About a month back, I wrote about the “Strange Case of Ralph Hall,” a leading Republican whose Texas district was suffering through severe drought—a condition expected to worsen, due to climate change, in the future—but who challenges mainstream climate science. As I put it then:
I bring this up again now because, as Nick Sundt points out at the WWF climate blog, it isn’t just Hall–or, just his district.
March 2011 was Texas’s driest month on record; 98 % of the state is currently in drought conditions; the stage is set for devastating wildfiresexpected to persist or intensify.But drought isn’t the only thing that’s growing more stark—so is the contrast between these weather and climate conditions that their state faces on the one hand, and the behavior of Texas’s elected representatives on the other. As Sundt reports:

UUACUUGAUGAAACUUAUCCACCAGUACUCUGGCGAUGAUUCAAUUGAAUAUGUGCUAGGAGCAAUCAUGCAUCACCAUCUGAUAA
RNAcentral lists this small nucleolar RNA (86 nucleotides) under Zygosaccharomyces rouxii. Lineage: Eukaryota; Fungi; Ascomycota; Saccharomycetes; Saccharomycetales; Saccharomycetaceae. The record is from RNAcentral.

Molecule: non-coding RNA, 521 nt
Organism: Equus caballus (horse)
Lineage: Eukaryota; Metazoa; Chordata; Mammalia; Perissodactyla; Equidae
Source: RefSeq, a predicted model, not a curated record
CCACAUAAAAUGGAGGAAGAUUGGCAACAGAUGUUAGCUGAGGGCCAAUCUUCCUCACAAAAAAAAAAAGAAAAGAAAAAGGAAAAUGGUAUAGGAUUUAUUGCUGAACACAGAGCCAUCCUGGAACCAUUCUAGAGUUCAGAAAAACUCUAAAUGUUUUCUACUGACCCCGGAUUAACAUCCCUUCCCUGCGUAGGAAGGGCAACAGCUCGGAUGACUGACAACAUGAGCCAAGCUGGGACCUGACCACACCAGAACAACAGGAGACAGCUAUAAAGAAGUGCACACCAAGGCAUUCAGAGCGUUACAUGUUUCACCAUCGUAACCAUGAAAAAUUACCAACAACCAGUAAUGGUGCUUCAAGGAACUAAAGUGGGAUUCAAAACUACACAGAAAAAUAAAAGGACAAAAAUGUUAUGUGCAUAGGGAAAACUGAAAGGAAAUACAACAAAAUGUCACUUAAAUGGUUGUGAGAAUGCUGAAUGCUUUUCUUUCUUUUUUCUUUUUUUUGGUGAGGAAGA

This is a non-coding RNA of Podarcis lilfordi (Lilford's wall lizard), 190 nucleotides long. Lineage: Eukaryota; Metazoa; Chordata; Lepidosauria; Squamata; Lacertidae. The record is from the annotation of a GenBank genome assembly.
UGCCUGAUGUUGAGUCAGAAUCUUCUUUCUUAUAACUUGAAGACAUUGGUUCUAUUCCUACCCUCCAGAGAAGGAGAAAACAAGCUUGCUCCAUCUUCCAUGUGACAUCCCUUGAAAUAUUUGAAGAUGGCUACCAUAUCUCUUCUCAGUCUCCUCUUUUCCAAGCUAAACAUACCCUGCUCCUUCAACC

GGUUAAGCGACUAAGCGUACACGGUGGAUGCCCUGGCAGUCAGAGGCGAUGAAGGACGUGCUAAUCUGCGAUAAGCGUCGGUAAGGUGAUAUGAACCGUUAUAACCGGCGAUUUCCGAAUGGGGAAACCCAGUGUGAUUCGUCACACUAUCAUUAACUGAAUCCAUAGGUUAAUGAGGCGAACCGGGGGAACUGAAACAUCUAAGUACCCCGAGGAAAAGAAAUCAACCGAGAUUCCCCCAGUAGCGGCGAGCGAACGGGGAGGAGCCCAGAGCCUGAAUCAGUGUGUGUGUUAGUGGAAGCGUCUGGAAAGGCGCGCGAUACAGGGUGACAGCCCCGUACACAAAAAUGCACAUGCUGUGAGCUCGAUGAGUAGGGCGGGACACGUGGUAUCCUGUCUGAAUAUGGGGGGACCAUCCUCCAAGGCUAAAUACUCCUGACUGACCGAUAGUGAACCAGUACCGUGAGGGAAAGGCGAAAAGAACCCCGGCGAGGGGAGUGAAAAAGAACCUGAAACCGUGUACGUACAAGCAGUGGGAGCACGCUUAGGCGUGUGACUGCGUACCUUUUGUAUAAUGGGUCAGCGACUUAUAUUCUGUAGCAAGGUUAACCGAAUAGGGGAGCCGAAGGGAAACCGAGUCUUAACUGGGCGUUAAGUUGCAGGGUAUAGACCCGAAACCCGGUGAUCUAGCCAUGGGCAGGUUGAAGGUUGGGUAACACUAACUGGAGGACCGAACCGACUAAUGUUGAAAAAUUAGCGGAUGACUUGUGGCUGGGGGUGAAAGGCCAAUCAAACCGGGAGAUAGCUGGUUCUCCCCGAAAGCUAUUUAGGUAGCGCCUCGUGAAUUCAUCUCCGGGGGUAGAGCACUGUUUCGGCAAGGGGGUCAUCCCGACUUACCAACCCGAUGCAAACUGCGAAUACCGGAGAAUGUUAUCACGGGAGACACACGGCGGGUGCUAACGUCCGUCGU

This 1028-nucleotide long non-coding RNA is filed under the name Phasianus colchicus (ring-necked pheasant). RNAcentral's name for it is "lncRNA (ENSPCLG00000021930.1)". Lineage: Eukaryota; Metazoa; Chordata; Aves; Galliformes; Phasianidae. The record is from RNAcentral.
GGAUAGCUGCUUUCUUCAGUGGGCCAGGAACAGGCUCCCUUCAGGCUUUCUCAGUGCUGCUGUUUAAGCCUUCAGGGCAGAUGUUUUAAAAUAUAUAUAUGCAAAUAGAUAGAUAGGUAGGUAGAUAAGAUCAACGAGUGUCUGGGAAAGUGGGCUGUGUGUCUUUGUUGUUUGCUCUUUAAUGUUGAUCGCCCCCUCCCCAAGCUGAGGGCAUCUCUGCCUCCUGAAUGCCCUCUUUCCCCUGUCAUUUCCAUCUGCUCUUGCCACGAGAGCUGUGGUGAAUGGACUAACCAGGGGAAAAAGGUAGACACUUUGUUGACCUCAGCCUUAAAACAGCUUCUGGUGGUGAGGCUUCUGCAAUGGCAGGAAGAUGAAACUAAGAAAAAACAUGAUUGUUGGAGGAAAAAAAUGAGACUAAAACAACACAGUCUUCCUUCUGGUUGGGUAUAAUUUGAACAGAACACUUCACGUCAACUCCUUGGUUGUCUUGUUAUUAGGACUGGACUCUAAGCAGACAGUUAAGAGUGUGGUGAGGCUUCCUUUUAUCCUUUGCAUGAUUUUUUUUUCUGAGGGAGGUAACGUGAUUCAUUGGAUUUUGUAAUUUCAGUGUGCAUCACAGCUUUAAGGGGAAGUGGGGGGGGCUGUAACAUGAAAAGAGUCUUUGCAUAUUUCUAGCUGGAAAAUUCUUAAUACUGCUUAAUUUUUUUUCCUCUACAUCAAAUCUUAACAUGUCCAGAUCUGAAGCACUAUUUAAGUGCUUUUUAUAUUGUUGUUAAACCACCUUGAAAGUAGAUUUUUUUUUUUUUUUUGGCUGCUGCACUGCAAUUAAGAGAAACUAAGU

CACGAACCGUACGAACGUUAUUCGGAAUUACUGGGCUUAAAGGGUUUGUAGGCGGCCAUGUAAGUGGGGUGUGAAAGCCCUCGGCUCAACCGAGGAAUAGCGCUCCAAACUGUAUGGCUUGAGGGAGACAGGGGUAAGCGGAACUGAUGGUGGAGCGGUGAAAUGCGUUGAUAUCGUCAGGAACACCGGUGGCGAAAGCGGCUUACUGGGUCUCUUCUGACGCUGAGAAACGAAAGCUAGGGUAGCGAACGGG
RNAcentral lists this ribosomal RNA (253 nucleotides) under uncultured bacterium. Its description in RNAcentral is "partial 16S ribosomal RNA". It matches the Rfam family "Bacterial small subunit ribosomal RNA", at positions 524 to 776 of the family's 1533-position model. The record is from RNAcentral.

Just juxtapose this fact with the drought map of Texas, pictured with this post—and the fact that Texas’s state climatologist has warned that “it is likely that drought frequency and severity will increase in Texas” due to climate change, and it would appear that you’ve got a real “What’s The Matter with Texas” story on your hands.
Senator James Inhofe’s home state of Oklahoma isn’t much better, by the way. Here is its drought map.